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ItemThe Value Relevance of a Firm's Carbon profile( 2018-08-31)This study revisits the valuation relevance of a firm’s carbon profile using a broader notion of a firm’s carbon profile, which includes carbon risk exposure, aside from emissions, and proactive carbon responses (PCRs), identified from publically available information. Initially, we use extant literature and interviews with 28 managers of high carbon emitting firms and five ESG analysts to inform the operationalisation of carbon-risk exposure and identification of PCRs from publically available data. From this, we test the valuation effects of our broader notion of a firm’s carbon profile using a modified Ohlson valuation model and a sample of 51 firms (122 firm-year observations) reporting under the NGER scheme with the necessary financial and market data. We document that, on average, a one standard deviation change in the level of the expanded carbon-risk exposure results in a penalty of 12% of market capitalisation of the sample firms on average. We also find that PCRs partially mitigate the documented penalty on high emitters. The interview results suggest that in terms of PCRs, managers and analysts perceive value in firms developing intangible carbon-related capabilities around adaptability, carbon leadership and stakeholder trust. Our empirical results are consistent with this proposition since we find that adaptability, carbon leadership and stakeholder trust partially mitigate the emissions penalty, whereas emissions reductions do not. Taken together these results are consistent with the argument that capital markets impound the valuation impacts of other carbon-risk exposure, aside from emissions, and PCRs identified from publically available information in firm valuations.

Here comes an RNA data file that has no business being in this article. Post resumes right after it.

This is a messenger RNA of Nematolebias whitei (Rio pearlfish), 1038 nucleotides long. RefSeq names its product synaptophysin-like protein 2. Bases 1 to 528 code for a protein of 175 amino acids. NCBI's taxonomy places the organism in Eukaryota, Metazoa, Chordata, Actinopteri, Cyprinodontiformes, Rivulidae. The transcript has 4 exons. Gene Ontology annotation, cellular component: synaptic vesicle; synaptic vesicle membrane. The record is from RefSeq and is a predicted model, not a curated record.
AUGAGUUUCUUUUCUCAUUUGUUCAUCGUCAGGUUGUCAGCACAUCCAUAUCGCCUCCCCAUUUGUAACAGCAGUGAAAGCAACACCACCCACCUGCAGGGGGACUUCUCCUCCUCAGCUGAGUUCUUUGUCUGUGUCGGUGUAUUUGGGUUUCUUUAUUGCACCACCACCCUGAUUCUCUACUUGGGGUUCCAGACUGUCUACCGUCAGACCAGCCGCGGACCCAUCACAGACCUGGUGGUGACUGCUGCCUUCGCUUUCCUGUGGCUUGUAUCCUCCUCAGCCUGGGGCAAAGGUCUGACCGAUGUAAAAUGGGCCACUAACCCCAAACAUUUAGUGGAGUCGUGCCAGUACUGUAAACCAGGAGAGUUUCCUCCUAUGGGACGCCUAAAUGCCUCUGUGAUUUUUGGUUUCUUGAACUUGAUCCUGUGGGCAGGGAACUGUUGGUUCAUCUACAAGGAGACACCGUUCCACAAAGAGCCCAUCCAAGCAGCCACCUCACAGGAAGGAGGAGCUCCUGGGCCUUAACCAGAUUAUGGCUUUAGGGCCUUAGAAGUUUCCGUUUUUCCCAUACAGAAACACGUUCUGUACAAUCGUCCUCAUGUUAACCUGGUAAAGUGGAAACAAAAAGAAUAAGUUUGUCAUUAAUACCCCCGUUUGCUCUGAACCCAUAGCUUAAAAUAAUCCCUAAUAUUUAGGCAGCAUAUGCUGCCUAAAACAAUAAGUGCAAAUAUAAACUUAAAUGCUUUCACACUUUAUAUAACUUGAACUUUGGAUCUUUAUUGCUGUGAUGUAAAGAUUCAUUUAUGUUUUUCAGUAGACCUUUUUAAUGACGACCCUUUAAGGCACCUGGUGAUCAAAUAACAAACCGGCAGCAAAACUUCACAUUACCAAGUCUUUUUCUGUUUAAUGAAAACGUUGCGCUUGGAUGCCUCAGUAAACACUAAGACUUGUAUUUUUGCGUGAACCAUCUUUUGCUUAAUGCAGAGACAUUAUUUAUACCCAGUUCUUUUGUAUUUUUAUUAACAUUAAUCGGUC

ItemCSR Disclosure and Corporate Reputation: Evidence from Firms’ Facebook Communication( 2018-07-11)This paper examines the impact of firms’ dissemination of corporate social responsibility (CSR) disclosure through Facebook on corporate reputation. We investigate this relationship empirically in the German setting by using a corporate reputation index that tracks the general public’s perceptions of corporate reputation over time. Using firms’ discretionary use of Facebook to communicate CSR information, we find that firms posting single or multiple CSR information experience a decrease in corporate reputation. More specifically, this effect becomes larger with time. Additional analyses indicate that non-professional stakeholders perceive reputation as being lower if a firm increases the number of CSR postings suggesting a diluting effect if CSR communication is high (quantity effect). However, if we differentiate postings based on whether their content relates to an environment, social or economic activity of a firm, we find a positive effect on reputation for firms posting environmental information (quality effect). Also, only firms with an above-average amount of earned media attention, as well as “Likes”, “Comments”, and “Shares” experience a significant decrease in corporate reputation with an increase in the number of CSR posts. Overall, findings suggest that non-professional stakeholders perceive social and economic activities related to CSR as a greenwashing tool with a doubtable sustainable impact. Only additional photos can turn over this negative effect with an increase in the number of CSR postings as such having a positive effect on corporate reputation possibly providing evidence to the non-professional stakeholders that a sustainable activity stays behind the verbal posting.